formosa 41 in tropics. will add hard dodger and bimini, i use mizzen and 110 percenter for sailing. is a comfortable and simple design to sail and easily repaired underway, which iss a plus. all boats need repairs underway at some point. best be easily accessible an d repairable without tearing all boat apart or becoming a spidermonkey to do the work..
it is easier to sola a ketch than a sloop in weather....MUCH easier. btdt.

and THE single most important part---if your heart is grabbed by the boat you will use it more than if you merely tolerate it. yes passion has a place in boat puchjases, just as it has in selecting a spouse.
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Old 05-12-2015, 06:59   #7
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Re: Soliciting thoughts on ketch, center cockpit, hard dodger cruiser

TLC,
I went through the same thing when we decided on the Brewer 44. Center cockpit, cutter rigged, shoal keel, skeg hung rudder. Not a ketch but some Brewer 44's are. We move up from a 37ft aft cockpit and I had second thoughts about the center cockpit too. Now I dont. We love the center cockpit for all the same reasons that Athena mentioned. Cockpit is big and roomy and its easy visibility over the bow. Not many on the market but I highly recommend you take a look at one if you can.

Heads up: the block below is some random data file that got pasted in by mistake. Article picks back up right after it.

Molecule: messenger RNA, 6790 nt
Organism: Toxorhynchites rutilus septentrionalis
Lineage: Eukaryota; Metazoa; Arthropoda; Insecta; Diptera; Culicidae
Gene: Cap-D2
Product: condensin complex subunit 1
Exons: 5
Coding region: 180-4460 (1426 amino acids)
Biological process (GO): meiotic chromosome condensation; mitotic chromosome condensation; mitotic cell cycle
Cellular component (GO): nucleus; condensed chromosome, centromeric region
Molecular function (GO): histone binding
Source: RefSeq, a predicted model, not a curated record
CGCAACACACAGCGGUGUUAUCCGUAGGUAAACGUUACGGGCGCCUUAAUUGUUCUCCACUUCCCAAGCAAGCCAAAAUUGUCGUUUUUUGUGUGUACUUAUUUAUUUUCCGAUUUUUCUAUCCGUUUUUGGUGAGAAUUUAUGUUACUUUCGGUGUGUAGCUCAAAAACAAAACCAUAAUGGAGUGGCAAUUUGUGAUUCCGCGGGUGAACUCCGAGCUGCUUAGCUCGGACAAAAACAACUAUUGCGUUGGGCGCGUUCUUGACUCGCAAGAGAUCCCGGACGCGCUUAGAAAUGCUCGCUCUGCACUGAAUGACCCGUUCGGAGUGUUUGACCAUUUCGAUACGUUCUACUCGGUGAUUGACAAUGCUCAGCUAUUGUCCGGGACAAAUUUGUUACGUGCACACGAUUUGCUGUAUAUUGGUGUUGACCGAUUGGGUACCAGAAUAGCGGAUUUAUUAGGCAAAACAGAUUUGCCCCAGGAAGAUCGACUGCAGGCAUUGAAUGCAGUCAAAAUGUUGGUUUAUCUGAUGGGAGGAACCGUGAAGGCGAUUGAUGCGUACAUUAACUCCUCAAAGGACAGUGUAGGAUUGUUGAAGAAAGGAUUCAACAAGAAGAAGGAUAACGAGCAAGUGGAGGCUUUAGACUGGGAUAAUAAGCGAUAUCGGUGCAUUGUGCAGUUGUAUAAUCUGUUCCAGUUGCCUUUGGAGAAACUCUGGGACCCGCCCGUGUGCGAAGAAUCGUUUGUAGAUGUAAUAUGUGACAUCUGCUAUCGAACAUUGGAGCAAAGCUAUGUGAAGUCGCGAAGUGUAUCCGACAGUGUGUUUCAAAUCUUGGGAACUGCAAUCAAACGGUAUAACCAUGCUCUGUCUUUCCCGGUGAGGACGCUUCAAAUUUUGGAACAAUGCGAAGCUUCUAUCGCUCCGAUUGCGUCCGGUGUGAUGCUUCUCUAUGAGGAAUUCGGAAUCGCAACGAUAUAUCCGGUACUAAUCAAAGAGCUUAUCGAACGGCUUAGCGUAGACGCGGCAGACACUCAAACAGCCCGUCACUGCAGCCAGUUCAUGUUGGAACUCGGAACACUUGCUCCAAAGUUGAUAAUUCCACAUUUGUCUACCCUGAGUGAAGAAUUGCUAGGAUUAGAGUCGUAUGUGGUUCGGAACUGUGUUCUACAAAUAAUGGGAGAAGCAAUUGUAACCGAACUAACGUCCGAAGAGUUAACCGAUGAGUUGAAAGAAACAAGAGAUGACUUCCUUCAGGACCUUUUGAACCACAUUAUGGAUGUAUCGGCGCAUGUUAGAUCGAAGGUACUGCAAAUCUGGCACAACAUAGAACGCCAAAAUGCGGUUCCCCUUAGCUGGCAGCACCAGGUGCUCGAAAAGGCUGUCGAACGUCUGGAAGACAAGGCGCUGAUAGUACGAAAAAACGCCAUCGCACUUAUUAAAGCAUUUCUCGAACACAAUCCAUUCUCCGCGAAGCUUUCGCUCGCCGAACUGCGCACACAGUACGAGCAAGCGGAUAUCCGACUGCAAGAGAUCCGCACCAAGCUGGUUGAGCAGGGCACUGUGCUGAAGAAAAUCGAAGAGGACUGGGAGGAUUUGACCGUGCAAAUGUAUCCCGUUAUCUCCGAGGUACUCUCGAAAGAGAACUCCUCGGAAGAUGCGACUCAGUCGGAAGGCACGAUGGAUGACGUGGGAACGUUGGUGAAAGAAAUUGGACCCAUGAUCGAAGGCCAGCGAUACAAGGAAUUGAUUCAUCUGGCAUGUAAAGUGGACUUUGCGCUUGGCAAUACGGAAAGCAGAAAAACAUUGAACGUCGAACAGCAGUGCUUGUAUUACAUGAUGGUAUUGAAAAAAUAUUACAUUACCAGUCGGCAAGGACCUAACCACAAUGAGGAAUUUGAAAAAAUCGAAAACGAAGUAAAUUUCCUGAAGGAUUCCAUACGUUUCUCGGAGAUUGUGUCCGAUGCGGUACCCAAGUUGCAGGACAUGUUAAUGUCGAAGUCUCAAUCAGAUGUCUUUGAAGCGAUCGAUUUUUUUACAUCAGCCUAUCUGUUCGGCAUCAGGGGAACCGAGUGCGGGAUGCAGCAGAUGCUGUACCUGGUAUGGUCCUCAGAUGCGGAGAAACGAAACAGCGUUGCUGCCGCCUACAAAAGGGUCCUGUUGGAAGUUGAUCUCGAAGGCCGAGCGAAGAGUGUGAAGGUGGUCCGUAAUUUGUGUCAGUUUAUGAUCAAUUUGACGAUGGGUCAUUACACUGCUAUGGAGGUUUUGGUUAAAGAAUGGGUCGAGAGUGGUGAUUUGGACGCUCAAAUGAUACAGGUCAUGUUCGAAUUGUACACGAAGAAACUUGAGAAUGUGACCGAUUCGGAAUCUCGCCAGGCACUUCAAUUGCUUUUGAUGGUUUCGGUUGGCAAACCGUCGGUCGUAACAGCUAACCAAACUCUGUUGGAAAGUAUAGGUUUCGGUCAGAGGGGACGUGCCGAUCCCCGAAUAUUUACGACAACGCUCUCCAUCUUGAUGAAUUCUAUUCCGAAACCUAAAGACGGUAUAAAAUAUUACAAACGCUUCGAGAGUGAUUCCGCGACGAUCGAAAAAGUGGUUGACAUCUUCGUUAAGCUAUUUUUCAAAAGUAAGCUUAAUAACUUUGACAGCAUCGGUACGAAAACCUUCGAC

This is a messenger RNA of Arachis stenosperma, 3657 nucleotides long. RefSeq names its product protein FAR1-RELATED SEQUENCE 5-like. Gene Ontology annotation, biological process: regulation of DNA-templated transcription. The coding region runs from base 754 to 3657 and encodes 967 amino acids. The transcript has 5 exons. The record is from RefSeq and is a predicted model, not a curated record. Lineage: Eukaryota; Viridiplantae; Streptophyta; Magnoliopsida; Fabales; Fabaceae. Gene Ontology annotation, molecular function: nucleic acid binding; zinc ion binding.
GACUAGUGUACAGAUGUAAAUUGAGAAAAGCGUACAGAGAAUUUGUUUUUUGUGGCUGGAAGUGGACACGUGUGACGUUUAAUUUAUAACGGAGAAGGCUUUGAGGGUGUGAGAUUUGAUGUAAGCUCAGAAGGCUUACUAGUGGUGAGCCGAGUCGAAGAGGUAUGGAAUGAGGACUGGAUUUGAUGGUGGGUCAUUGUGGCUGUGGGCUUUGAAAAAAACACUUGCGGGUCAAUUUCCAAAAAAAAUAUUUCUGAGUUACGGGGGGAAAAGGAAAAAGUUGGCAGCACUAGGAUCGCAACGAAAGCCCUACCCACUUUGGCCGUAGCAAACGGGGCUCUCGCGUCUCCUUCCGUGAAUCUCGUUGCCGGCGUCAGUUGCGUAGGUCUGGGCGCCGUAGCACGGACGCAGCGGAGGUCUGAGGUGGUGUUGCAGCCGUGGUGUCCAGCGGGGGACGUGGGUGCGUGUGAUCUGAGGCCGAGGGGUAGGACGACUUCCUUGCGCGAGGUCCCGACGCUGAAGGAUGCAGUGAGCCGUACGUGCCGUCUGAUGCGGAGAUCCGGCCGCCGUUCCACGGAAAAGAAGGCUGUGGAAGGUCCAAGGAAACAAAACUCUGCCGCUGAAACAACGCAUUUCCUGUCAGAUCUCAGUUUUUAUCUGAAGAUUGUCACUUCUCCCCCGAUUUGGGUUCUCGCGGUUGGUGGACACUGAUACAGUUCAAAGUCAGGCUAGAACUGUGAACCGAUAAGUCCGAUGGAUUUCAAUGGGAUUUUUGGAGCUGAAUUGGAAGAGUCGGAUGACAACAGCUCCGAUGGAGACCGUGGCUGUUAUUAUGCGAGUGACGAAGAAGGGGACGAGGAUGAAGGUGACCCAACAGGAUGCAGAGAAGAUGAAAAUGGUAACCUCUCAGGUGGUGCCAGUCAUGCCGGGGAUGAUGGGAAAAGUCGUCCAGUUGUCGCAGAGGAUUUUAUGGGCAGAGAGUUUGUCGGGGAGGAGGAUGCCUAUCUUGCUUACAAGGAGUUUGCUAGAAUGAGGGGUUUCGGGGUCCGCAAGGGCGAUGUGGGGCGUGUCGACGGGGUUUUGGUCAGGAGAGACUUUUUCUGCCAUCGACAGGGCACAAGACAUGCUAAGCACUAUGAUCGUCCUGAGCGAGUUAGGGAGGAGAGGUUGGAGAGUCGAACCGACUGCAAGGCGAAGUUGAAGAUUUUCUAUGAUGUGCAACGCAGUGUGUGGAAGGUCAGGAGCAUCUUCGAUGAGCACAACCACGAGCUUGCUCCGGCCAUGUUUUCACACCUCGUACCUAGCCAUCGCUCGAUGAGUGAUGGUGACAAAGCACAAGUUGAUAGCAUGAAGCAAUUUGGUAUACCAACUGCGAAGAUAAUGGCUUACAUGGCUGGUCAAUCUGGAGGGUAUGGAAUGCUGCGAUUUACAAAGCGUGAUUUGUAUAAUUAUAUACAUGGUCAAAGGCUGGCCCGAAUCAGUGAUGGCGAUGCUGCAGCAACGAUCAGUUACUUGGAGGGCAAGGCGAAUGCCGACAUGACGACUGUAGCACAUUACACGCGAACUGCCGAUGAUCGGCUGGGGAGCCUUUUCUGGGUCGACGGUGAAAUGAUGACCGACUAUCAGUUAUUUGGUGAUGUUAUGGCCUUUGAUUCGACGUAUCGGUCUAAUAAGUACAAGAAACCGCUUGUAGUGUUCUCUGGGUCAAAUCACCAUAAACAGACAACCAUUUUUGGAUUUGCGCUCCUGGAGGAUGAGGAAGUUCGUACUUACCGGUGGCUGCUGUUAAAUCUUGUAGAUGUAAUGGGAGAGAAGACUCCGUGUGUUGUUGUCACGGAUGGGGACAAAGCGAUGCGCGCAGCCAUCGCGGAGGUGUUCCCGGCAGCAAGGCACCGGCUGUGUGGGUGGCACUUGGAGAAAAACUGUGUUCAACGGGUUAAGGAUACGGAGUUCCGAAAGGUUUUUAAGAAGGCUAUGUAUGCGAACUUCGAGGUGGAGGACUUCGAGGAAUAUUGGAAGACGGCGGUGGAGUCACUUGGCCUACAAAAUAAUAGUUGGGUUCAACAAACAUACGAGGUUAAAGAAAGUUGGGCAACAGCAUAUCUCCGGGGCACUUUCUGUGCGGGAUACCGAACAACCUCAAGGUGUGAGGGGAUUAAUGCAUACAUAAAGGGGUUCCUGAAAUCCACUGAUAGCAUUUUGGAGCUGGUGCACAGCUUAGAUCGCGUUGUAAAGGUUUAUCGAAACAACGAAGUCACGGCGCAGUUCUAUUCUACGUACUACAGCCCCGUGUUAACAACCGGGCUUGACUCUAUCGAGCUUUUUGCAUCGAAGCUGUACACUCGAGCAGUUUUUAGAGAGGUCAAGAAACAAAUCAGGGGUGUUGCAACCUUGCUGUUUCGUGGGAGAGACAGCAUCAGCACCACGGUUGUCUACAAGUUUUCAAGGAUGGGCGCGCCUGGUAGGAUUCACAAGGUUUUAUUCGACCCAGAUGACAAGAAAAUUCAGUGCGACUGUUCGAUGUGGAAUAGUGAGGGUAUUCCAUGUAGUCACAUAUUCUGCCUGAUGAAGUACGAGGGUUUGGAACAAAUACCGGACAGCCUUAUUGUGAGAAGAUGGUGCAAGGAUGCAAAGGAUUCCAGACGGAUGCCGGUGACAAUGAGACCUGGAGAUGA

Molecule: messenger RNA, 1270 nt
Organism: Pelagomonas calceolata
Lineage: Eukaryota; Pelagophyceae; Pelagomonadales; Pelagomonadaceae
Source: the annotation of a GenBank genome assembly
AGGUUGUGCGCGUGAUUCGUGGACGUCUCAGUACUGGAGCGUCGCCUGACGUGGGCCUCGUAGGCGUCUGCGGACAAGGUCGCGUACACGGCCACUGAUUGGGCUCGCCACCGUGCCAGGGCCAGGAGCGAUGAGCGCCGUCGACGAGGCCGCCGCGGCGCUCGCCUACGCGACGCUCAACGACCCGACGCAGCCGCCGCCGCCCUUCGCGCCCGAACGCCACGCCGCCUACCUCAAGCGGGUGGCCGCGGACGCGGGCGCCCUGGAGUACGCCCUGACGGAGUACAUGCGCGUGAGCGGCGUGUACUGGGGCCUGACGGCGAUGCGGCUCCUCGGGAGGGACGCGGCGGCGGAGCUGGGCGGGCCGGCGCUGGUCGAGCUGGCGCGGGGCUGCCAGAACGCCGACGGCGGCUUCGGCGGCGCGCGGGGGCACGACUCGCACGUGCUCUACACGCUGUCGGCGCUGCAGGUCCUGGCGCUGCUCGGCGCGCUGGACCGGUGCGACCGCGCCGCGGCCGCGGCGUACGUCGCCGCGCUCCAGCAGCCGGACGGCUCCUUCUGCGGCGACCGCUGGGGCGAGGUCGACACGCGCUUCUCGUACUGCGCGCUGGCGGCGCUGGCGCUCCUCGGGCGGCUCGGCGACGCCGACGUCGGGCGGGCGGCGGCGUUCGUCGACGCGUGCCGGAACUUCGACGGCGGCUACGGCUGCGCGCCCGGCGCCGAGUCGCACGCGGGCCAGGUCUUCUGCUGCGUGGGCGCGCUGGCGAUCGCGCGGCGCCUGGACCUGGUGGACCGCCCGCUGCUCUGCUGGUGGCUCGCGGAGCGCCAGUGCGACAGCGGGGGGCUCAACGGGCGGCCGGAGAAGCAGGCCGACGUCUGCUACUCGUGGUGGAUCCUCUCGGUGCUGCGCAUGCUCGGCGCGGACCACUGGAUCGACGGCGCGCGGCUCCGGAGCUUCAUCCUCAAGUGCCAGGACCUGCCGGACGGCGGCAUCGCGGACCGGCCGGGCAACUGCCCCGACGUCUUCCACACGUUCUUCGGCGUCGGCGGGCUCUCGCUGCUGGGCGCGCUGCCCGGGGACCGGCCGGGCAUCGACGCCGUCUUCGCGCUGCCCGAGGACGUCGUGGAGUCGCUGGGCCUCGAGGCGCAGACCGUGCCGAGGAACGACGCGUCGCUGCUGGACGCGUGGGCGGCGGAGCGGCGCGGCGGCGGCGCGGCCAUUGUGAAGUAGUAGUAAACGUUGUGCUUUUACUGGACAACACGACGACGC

good luck.
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Old 05-12-2015, 07:32   #8
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Re: Soliciting thoughts on ketch, center cockpit, hard dodger cruiser

We have a 44' Camper Nicholson CC, and we added a hard topped dodger and bimini. It has been a great livaboard, we have not cruised it yet, as we bought it right after we finished a two year cruise on our Wauquiez 35' sloop. The CC design gets us cabin separation with privacy (wife is learning to play the guitar ;> ), a great engine room, and good tankage and storage. Since we are full time in Annapolis, we added a single air conditioner for the summer and hydronic heat for the winters, and she has been very comfortable.